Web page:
Argentine Sub Goes Missing


A map of Tierra del Fuego, where Ushuaia is located in southern Patagonia. (Photo Credit: NordNordWest/Wikipedia)

An Argentine submarine went missing last week about 270 miles off the coast of Argentina, carrying 44 crewmembers. It had left Ushuaia and was on its way to Mar de Plata.

The sub was supposedly returning to base after reporting battery failure when it got lost.

Seven communication attempts from the sub occurred Saturday, and on Monday the Argentine Navy said it is analyzing a noise that might have come from the sub. The noise originated about 220 miles off Argentina’s coast at 650-ft. depth.

ST spoke with Andy Sherrell, the owner of Sherrell Ocean Services, a consulting company for underwater mapping and search and salvage projects that was hired by the Australian Transport Safety Bureau to work on the search for Malaysian Airlines Flight 370, which went missing in the Indian Ocean in March 2014. Sherrell talked about the search process in general.

From your experience, what are the best methods to try to find this sub?

They’re doing an aerial search right now and using satellite imagery as well. That’s a good place to start, and analyzing any communication that was received from the sub prior to loss of communication. It’s important to try to triangulate information from that.

Aerial search is good to cover a wide area quickly on the surface. Two-hundred-fifty miles offshore is not too, too bad. It’s certainly accessible by aircraft.

The weather was pretty rough. That makes it more difficult. It’s possible that there’s nothing on the surface to be detected, so then they would use underwater vehicles to locate the sub. Underwater listening equipment would be used to see if they can hear any noises emitted from the submarine, either generating from sailors banging a wrench across the hall or an emergency beacon they can use to transmit a noise that can be heard from a hydrophone on the surface or towed beneath the surface. Underwater equipment like deepwater towed side scans and underwater AUVs can help find it on the seafloor.

Can you draw similarities to the search for MH370?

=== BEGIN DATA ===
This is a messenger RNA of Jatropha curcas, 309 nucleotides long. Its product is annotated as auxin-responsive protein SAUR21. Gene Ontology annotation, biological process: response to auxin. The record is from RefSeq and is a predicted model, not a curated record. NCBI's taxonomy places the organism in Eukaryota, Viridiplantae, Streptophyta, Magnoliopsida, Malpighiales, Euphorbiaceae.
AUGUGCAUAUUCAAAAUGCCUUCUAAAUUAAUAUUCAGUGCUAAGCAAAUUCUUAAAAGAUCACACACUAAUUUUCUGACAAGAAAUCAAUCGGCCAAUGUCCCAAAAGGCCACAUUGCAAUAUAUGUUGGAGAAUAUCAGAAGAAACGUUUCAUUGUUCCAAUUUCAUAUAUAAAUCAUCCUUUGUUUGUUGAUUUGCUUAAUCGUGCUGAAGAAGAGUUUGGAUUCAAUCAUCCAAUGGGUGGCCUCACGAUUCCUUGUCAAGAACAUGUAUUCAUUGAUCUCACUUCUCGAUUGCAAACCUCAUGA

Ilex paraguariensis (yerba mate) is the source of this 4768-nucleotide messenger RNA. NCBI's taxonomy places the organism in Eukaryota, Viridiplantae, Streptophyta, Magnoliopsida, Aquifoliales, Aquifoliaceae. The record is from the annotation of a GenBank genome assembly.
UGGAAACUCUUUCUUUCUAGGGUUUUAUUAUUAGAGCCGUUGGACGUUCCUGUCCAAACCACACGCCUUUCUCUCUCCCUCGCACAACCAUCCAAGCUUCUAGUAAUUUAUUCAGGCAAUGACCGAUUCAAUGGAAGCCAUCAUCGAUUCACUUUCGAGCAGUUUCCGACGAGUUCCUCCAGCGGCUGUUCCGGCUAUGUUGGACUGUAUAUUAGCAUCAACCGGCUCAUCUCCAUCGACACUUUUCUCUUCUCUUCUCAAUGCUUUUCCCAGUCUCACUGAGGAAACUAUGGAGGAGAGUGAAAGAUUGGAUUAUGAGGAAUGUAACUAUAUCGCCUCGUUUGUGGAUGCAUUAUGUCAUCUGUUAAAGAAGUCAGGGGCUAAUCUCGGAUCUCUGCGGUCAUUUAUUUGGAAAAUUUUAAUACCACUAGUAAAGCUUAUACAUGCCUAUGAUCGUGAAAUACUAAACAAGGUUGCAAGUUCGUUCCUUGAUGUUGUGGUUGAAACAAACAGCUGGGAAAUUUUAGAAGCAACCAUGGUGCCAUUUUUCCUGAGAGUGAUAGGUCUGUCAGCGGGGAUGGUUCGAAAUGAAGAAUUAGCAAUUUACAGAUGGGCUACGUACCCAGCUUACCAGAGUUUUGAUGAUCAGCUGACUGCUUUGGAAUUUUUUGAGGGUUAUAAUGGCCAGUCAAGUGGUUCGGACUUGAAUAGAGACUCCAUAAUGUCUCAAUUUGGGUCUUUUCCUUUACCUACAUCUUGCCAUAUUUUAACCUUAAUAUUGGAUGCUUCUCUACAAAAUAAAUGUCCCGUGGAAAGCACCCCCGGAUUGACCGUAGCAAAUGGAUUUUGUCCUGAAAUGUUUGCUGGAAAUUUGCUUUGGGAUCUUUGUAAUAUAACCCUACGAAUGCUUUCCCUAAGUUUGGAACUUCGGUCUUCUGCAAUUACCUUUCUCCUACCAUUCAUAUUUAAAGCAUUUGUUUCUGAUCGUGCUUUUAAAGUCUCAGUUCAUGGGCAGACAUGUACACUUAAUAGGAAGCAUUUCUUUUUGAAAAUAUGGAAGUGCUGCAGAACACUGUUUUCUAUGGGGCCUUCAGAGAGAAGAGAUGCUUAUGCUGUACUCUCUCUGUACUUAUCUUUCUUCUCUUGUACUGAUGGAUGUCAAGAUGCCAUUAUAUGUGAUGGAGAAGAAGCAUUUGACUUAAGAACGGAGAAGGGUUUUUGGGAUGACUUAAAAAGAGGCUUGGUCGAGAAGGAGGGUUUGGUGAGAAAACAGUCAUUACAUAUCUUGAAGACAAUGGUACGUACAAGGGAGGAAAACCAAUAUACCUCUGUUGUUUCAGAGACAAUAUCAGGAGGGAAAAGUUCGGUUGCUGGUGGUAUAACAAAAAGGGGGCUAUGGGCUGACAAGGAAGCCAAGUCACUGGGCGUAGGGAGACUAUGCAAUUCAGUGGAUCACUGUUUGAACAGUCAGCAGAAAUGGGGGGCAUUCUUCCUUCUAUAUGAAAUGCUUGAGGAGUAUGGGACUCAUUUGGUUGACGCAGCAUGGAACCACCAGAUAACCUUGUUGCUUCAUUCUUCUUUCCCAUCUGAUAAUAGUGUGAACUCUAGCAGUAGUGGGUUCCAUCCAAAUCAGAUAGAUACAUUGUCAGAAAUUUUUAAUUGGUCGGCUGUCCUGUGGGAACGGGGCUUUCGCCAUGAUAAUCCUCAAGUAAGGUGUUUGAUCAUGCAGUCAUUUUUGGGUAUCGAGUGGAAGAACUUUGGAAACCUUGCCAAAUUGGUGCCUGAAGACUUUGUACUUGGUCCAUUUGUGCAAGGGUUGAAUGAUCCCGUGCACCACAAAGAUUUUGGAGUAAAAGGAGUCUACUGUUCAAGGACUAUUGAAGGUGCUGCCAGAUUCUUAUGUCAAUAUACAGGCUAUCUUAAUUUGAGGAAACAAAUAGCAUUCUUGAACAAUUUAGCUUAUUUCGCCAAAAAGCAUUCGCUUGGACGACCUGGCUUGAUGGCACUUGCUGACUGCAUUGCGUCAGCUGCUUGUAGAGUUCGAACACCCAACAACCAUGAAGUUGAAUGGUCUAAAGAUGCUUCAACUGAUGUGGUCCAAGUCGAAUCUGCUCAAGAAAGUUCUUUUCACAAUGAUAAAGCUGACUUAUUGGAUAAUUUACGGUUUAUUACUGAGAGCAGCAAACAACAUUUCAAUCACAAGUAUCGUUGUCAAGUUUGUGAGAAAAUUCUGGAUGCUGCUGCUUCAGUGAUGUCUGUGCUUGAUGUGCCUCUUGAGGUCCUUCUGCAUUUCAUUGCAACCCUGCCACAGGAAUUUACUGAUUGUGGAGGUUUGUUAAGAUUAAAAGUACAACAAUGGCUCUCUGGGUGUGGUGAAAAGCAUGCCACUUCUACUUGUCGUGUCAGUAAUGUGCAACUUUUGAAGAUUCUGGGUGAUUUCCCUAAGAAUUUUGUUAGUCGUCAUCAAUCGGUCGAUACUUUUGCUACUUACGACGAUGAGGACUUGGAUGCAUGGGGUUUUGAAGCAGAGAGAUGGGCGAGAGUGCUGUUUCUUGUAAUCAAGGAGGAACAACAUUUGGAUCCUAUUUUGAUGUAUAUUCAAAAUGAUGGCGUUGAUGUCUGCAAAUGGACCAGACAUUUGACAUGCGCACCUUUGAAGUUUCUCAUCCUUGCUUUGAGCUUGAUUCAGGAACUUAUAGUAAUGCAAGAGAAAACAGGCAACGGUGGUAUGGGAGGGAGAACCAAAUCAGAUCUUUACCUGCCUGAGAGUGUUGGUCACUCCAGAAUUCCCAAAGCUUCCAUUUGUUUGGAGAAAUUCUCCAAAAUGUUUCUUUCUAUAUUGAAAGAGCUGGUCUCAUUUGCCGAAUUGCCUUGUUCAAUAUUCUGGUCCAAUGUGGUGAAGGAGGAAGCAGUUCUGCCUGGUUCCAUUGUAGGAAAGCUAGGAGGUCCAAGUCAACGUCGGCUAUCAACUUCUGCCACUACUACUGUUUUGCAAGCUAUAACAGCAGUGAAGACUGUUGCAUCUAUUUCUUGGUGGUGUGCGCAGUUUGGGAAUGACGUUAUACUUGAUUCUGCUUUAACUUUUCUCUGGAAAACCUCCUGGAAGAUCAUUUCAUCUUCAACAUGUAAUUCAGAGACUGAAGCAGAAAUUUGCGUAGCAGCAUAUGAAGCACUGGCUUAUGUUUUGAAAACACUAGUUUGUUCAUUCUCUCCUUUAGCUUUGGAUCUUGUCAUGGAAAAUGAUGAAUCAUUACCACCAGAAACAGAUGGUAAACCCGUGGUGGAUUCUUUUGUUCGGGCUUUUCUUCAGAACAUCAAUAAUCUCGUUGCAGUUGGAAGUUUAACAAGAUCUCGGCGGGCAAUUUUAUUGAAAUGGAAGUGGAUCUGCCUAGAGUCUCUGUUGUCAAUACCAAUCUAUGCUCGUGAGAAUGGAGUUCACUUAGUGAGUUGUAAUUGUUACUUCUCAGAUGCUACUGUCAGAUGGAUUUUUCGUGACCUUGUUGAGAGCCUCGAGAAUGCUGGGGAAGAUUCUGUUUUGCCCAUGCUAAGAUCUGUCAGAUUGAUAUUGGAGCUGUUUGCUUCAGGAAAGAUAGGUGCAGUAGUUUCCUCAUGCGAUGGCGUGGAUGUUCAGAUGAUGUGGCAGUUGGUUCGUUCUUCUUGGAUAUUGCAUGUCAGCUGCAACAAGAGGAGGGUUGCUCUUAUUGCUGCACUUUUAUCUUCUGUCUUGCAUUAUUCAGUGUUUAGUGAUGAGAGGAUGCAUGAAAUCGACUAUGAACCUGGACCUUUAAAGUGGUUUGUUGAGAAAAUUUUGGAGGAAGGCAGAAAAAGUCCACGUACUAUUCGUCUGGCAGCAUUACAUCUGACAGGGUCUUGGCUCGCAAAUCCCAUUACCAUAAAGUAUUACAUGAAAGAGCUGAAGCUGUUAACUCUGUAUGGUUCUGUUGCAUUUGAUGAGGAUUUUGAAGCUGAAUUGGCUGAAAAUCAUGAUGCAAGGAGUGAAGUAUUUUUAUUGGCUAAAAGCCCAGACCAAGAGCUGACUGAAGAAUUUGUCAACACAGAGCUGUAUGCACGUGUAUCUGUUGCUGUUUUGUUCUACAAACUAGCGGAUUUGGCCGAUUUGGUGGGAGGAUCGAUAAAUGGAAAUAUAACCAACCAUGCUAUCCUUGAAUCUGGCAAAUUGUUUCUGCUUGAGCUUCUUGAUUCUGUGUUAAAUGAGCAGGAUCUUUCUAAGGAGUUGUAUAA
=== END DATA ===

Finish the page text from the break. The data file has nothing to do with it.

That’s pretty much how it went with MH370. It started with aerial search to look for surface debris than moved onto listening for the black box and underwater acoustic noise. When that failed, we continued with deep-tow side scan vehicles, AUVs and ROVs to map the seafloor to see if we could find remains or wreckage.

Obviously, this is very time critical with the submarine. It’s a bit difficult to get some of those assets to a certain area quickly with the severe weather.

Can you give us an update on MH370?

I’ve been involved in the search for about three years now. We’ve covered about 120,000 square kilometers. That’s a large area to look for something on the seafloor. Similar to this, the loss information was very minimal, and the weather and sea conditions, there are parallels there. The southern Atlantic Ocean is like the southern Indian Ocean. There are some parallels with the type of equipment and underwater mapping.

The search was suspended in January.

How long do you think the sailors have to survive?

Seven to fourteen days—that’s just what I’ve seen in the news.

Do you think this will be an international effort?

It will be a worldwide effort. It appears to have already started that way. There’s a lot of countries already involved. In a matter of life and death like this with an especially critical time frame, anybody that can is offering any support. I think they’re doing everything they can right now.

Aileen Torres-Bennett

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